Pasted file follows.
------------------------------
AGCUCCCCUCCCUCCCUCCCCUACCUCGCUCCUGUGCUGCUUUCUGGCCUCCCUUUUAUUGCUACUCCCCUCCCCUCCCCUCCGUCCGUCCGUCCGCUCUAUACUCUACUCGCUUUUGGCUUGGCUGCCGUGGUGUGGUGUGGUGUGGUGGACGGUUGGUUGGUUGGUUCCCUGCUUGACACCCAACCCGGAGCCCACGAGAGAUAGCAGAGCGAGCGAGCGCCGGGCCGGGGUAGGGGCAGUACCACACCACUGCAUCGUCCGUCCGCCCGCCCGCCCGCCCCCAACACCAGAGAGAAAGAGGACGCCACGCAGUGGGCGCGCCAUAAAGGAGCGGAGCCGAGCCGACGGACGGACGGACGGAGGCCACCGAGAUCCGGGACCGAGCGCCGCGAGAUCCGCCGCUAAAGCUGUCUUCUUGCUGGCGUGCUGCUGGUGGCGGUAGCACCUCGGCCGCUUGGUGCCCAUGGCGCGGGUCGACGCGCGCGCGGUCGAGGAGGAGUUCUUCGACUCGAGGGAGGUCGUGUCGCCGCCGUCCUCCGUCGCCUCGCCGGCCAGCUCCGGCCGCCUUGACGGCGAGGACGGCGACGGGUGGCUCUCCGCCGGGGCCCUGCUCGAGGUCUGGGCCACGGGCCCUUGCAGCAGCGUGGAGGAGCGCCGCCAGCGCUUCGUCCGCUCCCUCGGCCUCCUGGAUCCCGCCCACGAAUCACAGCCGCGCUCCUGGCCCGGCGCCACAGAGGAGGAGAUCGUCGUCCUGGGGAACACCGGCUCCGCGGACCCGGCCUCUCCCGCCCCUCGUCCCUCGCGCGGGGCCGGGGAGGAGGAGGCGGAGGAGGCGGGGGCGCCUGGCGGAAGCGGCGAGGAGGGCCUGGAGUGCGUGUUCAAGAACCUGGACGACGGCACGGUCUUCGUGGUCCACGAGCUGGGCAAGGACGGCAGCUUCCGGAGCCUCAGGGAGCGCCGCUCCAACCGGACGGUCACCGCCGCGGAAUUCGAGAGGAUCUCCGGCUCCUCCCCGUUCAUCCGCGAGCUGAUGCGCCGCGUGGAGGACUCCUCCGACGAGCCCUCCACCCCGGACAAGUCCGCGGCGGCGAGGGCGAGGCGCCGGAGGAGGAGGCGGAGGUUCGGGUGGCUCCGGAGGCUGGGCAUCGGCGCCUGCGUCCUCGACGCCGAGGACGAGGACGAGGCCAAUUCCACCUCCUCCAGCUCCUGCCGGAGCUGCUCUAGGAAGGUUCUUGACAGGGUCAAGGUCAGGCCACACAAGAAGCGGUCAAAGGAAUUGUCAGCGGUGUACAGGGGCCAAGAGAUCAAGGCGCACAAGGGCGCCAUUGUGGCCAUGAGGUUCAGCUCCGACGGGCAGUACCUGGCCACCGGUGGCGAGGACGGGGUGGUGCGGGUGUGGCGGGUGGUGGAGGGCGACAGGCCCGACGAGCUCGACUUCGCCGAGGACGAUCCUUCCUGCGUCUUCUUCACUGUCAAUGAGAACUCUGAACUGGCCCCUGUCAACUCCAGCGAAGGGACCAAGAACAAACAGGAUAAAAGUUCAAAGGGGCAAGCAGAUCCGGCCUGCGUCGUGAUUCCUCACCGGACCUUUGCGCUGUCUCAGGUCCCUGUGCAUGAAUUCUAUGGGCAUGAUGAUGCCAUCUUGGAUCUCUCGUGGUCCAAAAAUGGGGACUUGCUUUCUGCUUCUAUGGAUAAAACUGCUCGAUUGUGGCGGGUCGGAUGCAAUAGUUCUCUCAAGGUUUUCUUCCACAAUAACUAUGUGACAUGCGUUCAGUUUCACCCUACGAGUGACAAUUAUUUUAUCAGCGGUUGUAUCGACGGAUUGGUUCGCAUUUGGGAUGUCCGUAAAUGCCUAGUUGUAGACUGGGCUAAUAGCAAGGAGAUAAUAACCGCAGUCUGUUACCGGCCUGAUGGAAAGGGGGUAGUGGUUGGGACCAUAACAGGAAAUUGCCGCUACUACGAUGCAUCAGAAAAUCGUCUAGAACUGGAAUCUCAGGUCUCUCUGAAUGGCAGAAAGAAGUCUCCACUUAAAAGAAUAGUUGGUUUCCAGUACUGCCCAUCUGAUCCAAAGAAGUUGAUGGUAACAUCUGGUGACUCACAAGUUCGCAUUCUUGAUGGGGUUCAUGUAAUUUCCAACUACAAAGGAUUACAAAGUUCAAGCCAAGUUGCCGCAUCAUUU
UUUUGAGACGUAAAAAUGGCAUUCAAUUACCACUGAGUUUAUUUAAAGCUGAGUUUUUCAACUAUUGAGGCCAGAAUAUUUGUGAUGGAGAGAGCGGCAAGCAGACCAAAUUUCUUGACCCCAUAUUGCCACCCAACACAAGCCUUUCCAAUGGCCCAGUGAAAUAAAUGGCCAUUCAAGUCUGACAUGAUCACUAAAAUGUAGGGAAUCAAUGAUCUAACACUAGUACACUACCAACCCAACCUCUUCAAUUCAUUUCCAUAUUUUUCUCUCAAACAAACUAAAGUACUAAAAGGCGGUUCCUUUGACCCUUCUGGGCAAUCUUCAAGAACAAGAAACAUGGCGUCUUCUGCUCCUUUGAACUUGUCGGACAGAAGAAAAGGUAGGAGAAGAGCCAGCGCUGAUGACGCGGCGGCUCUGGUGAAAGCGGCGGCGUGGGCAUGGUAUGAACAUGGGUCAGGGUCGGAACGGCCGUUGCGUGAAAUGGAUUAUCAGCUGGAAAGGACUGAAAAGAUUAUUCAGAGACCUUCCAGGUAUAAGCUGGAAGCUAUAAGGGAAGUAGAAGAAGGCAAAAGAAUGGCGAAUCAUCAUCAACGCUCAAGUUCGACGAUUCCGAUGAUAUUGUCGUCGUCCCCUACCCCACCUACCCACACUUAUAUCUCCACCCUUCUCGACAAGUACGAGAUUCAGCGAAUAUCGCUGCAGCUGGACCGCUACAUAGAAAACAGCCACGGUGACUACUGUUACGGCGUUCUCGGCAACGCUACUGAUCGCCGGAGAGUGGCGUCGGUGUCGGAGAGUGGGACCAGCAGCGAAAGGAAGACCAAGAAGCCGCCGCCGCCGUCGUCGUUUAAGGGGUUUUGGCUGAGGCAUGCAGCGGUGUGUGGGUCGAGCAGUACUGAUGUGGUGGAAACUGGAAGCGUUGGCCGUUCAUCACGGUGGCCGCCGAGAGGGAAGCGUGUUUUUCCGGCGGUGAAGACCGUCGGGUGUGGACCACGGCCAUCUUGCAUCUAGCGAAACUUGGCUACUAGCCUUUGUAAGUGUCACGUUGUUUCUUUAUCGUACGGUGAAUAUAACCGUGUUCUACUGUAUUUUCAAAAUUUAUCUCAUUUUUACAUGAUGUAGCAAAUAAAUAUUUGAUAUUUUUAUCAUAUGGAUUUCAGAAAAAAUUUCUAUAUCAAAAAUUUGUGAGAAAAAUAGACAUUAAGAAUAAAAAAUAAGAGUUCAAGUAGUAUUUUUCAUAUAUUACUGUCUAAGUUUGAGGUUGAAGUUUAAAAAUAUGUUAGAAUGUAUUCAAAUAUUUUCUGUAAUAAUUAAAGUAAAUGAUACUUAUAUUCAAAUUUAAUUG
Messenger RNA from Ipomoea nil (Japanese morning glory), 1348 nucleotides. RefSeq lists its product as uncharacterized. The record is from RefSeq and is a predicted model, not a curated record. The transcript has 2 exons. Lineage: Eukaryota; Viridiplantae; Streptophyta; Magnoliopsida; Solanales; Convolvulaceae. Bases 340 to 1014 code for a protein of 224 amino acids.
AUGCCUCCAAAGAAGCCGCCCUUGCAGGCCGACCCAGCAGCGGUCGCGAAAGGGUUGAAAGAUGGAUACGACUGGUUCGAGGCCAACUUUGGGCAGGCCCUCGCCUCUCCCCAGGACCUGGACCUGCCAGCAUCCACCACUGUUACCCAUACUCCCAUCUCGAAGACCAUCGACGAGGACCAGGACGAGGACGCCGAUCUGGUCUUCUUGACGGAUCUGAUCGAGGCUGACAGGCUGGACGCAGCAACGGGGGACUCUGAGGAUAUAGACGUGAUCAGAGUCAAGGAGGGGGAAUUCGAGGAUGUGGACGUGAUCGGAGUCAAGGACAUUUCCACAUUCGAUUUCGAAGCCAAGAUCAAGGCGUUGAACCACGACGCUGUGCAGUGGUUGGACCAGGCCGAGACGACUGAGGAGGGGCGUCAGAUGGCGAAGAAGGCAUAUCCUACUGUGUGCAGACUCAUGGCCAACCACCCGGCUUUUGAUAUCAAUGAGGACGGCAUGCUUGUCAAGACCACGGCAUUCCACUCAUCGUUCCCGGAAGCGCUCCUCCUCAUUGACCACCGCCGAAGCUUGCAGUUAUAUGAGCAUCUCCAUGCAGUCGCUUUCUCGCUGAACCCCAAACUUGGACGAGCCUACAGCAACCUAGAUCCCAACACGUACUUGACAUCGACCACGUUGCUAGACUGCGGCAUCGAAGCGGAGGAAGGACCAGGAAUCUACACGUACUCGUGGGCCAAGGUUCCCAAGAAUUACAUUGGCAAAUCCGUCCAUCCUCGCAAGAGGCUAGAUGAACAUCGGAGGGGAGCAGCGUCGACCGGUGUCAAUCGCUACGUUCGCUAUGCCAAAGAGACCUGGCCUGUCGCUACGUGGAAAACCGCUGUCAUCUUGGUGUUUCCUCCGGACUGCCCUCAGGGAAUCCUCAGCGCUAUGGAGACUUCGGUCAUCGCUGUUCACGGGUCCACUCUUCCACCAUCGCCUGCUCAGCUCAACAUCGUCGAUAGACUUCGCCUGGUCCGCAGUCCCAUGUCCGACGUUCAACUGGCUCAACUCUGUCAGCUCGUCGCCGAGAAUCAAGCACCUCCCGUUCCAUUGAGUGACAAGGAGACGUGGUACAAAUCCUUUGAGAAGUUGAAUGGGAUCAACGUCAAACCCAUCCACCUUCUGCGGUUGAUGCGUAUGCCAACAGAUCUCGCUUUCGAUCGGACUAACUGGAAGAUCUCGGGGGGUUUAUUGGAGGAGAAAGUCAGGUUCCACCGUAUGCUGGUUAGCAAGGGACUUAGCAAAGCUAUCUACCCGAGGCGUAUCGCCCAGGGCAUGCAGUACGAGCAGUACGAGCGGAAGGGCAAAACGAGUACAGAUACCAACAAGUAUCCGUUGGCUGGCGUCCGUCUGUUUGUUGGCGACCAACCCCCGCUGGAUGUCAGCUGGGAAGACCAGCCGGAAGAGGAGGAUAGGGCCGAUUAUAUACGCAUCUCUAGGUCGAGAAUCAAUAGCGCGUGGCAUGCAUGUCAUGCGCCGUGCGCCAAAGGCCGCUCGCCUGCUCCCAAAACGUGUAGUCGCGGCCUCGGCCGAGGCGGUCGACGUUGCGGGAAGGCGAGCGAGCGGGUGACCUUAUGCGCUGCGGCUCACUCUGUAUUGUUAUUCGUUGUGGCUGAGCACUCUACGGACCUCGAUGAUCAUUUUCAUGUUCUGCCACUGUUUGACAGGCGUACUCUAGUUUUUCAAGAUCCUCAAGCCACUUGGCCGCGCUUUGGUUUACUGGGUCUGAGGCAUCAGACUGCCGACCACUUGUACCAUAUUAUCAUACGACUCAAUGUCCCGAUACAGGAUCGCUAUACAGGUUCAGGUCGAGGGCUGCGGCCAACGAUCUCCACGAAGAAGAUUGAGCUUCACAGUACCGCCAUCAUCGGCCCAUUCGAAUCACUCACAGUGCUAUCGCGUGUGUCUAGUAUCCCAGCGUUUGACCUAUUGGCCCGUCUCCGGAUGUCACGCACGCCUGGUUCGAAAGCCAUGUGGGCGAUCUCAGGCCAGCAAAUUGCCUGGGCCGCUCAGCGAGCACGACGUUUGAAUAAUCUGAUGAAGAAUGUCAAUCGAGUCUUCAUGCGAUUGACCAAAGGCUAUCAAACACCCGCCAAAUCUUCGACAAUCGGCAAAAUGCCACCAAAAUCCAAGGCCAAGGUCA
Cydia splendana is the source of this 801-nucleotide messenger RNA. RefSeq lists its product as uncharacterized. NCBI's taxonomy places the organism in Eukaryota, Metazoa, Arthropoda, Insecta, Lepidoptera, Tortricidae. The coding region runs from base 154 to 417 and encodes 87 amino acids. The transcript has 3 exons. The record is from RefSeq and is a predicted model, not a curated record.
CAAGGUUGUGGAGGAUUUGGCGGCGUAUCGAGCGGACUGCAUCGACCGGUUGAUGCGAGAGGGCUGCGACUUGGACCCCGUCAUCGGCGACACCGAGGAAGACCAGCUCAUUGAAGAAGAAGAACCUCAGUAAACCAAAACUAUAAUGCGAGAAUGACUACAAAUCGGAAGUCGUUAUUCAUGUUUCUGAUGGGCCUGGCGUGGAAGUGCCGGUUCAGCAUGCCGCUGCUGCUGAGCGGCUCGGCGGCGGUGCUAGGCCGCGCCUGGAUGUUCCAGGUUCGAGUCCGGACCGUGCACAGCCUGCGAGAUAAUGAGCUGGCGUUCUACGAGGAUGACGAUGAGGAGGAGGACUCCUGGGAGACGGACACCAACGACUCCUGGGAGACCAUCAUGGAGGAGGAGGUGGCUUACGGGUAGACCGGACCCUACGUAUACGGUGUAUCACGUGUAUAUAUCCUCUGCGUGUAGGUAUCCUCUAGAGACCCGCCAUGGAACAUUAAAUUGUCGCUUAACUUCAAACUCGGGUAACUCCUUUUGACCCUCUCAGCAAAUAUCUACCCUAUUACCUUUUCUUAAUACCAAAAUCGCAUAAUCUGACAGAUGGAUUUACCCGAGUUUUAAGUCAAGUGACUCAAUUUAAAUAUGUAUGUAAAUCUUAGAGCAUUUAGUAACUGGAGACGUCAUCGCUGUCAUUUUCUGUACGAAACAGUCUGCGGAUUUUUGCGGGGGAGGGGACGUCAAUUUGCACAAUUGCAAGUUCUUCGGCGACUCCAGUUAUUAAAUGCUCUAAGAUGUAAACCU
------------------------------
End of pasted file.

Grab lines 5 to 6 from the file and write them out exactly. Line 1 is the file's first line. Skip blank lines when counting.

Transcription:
Cydia splendana is the source of this 801-nucleotide messenger RNA. RefSeq lists its product as uncharacterized. NCBI's taxonomy places the organism in Eukaryota, Metazoa, Arthropoda, Insecta, Lepidoptera, Tortricidae. The coding region runs from base 154 to 417 and encodes 87 amino acids. The transcript has 3 exons. The record is from RefSeq and is a predicted model, not a curated record.
CAAGGUUGUGGAGGAUUUGGCGGCGUAUCGAGCGGACUGCAUCGACCGGUUGAUGCGAGAGGGCUGCGACUUGGACCCCGUCAUCGGCGACACCGAGGAAGACCAGCUCAUUGAAGAAGAAGAACCUCAGUAAACCAAAACUAUAAUGCGAGAAUGACUACAAAUCGGAAGUCGUUAUUCAUGUUUCUGAUGGGCCUGGCGUGGAAGUGCCGGUUCAGCAUGCCGCUGCUGCUGAGCGGCUCGGCGGCGGUGCUAGGCCGCGCCUGGAUGUUCCAGGUUCGAGUCCGGACCGUGCACAGCCUGCGAGAUAAUGAGCUGGCGUUCUACGAGGAUGACGAUGAGGAGGAGGACUCCUGGGAGACGGACACCAACGACUCCUGGGAGACCAUCAUGGAGGAGGAGGUGGCUUACGGGUAGACCGGACCCUACGUAUACGGUGUAUCACGUGUAUAUAUCCUCUGCGUGUAGGUAUCCUCUAGAGACCCGCCAUGGAACAUUAAAUUGUCGCUUAACUUCAAACUCGGGUAACUCCUUUUGACCCUCUCAGCAAAUAUCUACCCUAUUACCUUUUCUUAAUACCAAAAUCGCAUAAUCUGACAGAUGGAUUUACCCGAGUUUUAAGUCAAGUGACUCAAUUUAAAUAUGUAUGUAAAUCUUAGAGCAUUUAGUAACUGGAGACGUCAUCGCUGUCAUUUUCUGUACGAAACAGUCUGCGGAUUUUUGCGGGGGAGGGGACGUCAAUUUGCACAAUUGCAAGUUCUUCGGCGACUCCAGUUAUUAAAUGCUCUAAGAUGUAAACCU